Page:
Aisha’s journey: From road side to classroom


By Aliyu Bashir Almusawi

On 15th August 2020 when schools were all still closed due to Covid-19 pandemic, the photo of Aisha reading a storybook by the roadside while fraying Awara (tofu) for sale quickly went viral on the social media. The girl’s picture captured the attention of people due to the poor reading culture amongst women and girls in northern Nigeria. It was the impassioned appeal the photo had on the people that led to calls by well-meaning individuals to make sure the girl had a bright future by enrolling her in school. A lot of pledges of support poured in with many promising to support her education. One of such was from Mr Abubakar Yahaya, the proprietor of El-Buhaj Royal Academy – a standard private school in Kano – who offered her scholarship.

Aisha reading a storybook by the roadside while fraying Awara (tofu)


After a day of an extensive search, the girl named Aisha was located by Tal’udu Roundabout along Kabuga Road, Kano where she helps her mother to fry and sell awara for a living. Three days later, a 3-man delegation visited her mother to inform the family of people’s desire to support her Aisha’s education.

Upon hearing the good news, the mother shed tears of joy, never imagining a day her daughter would be that lucky in life. After a long discussion with the mother, it was learnt that she has been widowed for the past ten years and supports herself and five daughters from the infinitesimal income from the awara that Aisha was pictured frying.

With this realization, the team raised funds to support the mother with food and other necessities even as they kickstart the process to enrol Aisha in school. Initially, the campaign nearly failed due to suspicion from the local traditional authority who suspected some unexplained ulterior motives.

“It was tough getting support from her paternal side, and the local traditional authority,” said Ibrahim Sanyi Sanyi who led the project in support of the girl. “But we overcame that with transparency, patience, dialogue and resilience.”

He added that: “The iconic picture of Aisha reading a book while frying awara struck the right chord in me. That image depicted a multi-tasking teenage girl with the uncharacteristic passion for reading in a public space and of course scholarship, who is not overwhelmed by the social conditions around her.”

After weeks of planning, donations were raised and Aisha was enrolled in a special class at El-Buhaj Royal Academy. A special teacher was assigned to instruct her in a prep class, who later discovered the challenges Aisha must overcome.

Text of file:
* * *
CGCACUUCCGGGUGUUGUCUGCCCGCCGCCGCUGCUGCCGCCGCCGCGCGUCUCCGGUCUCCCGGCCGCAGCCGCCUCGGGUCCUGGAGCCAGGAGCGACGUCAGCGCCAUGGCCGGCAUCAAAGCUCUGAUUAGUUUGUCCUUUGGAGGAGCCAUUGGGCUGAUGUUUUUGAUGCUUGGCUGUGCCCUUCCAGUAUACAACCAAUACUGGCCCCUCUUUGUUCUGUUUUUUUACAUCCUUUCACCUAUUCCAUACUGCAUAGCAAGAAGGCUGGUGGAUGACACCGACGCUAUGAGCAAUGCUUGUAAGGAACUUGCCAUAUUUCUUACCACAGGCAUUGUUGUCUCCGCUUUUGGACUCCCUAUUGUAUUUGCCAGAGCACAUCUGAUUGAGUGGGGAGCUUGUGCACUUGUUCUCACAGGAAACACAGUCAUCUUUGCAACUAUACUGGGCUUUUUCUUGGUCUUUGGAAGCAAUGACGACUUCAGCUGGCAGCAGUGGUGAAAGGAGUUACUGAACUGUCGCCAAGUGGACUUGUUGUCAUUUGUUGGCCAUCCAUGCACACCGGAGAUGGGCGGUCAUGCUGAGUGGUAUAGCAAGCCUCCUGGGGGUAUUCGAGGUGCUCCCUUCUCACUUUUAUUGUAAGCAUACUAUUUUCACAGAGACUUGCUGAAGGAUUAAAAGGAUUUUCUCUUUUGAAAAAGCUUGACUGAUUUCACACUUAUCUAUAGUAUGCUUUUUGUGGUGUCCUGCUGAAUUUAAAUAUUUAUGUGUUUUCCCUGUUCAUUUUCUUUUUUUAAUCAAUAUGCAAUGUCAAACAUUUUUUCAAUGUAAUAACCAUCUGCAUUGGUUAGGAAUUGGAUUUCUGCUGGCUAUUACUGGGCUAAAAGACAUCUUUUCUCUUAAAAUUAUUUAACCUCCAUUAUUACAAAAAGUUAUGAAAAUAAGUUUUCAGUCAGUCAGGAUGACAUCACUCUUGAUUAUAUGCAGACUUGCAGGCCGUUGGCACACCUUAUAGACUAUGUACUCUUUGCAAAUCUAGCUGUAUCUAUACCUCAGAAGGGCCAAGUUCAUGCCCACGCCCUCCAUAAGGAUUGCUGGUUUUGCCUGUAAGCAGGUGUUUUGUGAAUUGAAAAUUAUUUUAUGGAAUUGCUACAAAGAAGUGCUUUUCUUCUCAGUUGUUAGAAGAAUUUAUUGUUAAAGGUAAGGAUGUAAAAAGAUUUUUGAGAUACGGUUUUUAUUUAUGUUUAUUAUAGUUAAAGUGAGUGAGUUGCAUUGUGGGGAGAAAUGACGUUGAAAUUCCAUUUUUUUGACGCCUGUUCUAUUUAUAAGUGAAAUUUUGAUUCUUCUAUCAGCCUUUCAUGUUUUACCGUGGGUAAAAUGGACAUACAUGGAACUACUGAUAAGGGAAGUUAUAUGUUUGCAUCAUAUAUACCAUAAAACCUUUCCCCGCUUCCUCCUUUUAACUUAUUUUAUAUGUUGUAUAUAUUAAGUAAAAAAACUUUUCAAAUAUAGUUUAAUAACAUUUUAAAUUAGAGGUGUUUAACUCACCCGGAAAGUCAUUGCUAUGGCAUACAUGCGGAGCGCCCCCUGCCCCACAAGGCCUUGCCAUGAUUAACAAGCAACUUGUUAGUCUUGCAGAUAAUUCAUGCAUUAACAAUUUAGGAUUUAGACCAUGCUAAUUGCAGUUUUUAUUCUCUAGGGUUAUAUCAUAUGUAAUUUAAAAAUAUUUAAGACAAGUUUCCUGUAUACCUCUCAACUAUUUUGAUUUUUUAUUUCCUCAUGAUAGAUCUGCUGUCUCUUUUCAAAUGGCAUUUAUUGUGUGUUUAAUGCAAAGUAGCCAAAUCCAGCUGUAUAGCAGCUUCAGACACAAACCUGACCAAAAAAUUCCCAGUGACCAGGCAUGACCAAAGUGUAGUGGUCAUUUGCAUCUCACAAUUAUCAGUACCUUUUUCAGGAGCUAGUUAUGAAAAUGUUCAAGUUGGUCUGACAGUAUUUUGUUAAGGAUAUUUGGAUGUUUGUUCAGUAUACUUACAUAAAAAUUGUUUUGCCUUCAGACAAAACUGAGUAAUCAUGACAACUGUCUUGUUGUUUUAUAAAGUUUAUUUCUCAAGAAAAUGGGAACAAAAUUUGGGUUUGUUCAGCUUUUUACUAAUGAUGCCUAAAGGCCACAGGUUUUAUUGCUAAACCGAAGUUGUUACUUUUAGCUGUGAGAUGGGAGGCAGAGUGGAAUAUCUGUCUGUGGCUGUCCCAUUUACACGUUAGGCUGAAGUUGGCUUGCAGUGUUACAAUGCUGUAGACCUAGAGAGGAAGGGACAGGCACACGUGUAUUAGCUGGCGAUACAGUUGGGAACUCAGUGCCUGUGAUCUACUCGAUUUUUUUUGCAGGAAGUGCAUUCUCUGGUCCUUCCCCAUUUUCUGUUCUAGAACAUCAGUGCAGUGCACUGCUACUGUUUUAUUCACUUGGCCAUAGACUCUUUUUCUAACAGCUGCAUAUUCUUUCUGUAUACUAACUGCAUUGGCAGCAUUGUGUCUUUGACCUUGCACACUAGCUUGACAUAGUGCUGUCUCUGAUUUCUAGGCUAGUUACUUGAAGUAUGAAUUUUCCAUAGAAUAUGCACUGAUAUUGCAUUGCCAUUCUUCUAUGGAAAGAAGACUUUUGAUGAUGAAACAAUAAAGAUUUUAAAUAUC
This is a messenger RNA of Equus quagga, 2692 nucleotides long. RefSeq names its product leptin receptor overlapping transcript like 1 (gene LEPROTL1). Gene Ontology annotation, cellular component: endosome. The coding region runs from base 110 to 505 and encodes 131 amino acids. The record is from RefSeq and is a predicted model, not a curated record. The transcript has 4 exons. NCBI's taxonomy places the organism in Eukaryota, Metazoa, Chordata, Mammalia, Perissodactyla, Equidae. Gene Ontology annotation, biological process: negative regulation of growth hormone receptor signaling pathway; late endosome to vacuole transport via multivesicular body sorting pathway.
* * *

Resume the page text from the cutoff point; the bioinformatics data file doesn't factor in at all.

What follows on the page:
Aisha with uniform after her enrollment in El-Buhaj Royal Academy.

 “For the few weeks I have been with Aisha as her teacher I can say that her greatest challenge is her inability to speak English,” said the teacher, “but the problem is half-solved as she has already begun her learning process now.”

The experienced teacher immediately put Aisha on an accelerated learning process and made sure she could speak English, improve her communication and reading skills. Within a few weeks, Aisha can write and speak basic English. With supervision, Aisha has been able to perform better than previously expected.

In view of the fact that the management of El-Buhaj Royal Academy has already offered the girl a full scholarship, Mr Ibrahim opened another crowdfunding to raise monies for Aisha’s school stipend and capital for the mother to start a food vending business so as to relieve Aisha from frying awara to support her family.

“People were excited and very supportive with donations,” according to Mr. Ibrahim. “The trustees and other good Samaritans working on the project donated generously to a fund that financed a working capital for Aisha’s mother food vending business and Aisha’s school upkeep costs.” 

The story of Aisha is just one out of many, which further highlights the worsening gender inequality and lack of access to education faced by women and girls in Northern Nigeria. There are millions of uneducated girls in the region who despite their passion for learning are disadvantaged by poverty and the nonchalant attitude towards girl-child education.

It is against this backdrop that the group who led Aisha’s project saw the need to expand the program that cover other indigent children. The promoters have started the process of registering a non-profit organization (NGO) that will support exceptional but indigent  disadvantaged children like Aisha.
Aliyu Bashir Almusawi is an advocate of gender equality. He lives in Kano, Northern Nigeria

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